Two senior leaders of Sen. Kamala Harris’ 2020 presidential campaign were in downtown Las Vegas on Wednesday to help open the California lawmaker’s new Nevada headquarters, where they also discussed overall political strategy and the state’s importance going forward.
Campaign manager Juan Rodriguez and senior adviser Emmy Ruiz were among the few dozen people to fill the home-turned-office and spill out onto 7th Street, where the campaign provided tacos. In interviews with the Review-Journal, the two campaign leaders stressed the potential weight of Nevada during Harris’ quest for the Democratic nomination and possible battle against President Donald Trump.
“It’s incredibly important,” Rodriguez said. “I think that’s why we’ve been really judicious with our resources, but we knew we had to make investments early on to get a campaign office here and making sure we have a really diverse staff.”
Rodriguez said the campaign will look to capitalize on Harris’ early and frequent trips to Nevada. She was the first candidate to visit Northern Nevada, he added, and she’s already visited the state five times while on the trail. She also helped campaign for Sen. Jacky Rosen in 2018.
The staff hopes to make inroads in rural Nevada in the coming months.
“This is a delegate contest, and there are delegates in every corner of the state, no matter how rural or urban the county might be,” said Ruiz, who’s worked Nevada in each of the past three presidential election cycles.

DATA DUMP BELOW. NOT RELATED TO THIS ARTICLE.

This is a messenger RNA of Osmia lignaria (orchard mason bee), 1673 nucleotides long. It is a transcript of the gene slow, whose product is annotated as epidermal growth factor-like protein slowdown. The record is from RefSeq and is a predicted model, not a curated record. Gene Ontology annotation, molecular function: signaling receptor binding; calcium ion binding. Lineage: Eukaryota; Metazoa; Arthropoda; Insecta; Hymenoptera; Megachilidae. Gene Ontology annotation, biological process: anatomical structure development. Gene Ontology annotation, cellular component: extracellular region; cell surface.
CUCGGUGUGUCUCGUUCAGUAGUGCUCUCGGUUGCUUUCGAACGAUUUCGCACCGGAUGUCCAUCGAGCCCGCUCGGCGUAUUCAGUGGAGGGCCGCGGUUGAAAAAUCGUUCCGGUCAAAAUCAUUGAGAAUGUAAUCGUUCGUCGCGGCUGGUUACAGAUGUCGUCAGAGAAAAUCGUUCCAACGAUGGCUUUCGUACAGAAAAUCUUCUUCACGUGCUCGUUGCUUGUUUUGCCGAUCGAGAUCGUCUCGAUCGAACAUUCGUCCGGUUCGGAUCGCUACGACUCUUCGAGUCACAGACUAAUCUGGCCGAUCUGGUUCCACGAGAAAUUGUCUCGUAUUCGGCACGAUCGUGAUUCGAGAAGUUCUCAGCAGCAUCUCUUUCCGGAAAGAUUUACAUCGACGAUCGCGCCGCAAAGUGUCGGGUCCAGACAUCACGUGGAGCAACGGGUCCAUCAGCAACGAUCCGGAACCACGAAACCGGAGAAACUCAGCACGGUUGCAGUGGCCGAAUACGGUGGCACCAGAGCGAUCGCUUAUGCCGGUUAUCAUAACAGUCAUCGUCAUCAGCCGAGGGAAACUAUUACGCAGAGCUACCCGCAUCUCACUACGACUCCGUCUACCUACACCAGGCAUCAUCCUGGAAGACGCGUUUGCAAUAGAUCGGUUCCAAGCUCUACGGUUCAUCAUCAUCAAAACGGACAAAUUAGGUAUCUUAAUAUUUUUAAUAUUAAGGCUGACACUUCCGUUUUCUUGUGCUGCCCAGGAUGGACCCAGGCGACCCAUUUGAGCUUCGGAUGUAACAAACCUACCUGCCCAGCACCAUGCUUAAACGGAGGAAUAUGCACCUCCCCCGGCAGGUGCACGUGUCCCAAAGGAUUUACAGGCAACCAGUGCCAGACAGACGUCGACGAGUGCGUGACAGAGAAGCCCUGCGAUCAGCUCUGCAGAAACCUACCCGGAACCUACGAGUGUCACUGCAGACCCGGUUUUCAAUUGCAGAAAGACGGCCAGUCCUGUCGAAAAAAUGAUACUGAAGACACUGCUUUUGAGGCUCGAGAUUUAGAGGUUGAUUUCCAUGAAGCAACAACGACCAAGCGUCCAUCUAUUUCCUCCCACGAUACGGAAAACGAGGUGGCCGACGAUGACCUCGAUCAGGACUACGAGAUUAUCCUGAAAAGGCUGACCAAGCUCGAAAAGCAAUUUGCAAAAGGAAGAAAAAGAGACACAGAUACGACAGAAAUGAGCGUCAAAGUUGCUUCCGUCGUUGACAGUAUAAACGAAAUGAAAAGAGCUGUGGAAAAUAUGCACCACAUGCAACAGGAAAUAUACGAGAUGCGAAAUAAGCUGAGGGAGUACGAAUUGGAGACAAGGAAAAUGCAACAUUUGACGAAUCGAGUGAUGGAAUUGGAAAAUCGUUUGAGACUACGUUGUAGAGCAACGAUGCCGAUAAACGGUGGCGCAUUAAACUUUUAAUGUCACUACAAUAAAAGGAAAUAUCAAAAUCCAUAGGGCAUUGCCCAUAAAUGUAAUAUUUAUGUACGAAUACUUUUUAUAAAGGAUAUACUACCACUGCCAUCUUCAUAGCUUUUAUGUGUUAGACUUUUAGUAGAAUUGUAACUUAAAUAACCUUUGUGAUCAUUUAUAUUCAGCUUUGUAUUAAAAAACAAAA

Rodriguez also discussed the state’s strategic value going forward.
Many of Harris’ core policies on immigration, criminal justice reform, health care and poverty will have their first true test with Nevada’s diverse electorate. A strong showing in the state could ripple through massive Super Tuesday states such as Texas and Harris’ native California, which will have begun early voting as Nevada’s caucus results are announced.
Harris also seeks to exploit her close proximity to Nevada, with Rodriguez noting that her campaign, unlike most others, can bus volunteers, organizers and staff in from California in a pinch.
Ruiz said Harris’ national plans for increasing teacher pay, narrowing the gender pay gap and lowering prescription drug costs align well with needs of many Nevadans, particularly those in diverse communities.
The campaign is currently preparing for the second nationally televised debate later this month. Harris’ profile seemed to grow after what was widely viewed as a strong performance in the first debate, in which she landed a surprise blow on former Vice President Joe Biden, an early Democratic front-runner, on issues of race and desegregation.
Rodriguez said Harris is preparing for eight to 10 minutes of air time given the crowded field. Without knowing which nine of the 19 other candidates she will share the stage with, it’s difficult to plan. Once the groups are announced on Thursday, Rodriguez said the team will do its best to ready Harris and keep her momentum moving forward.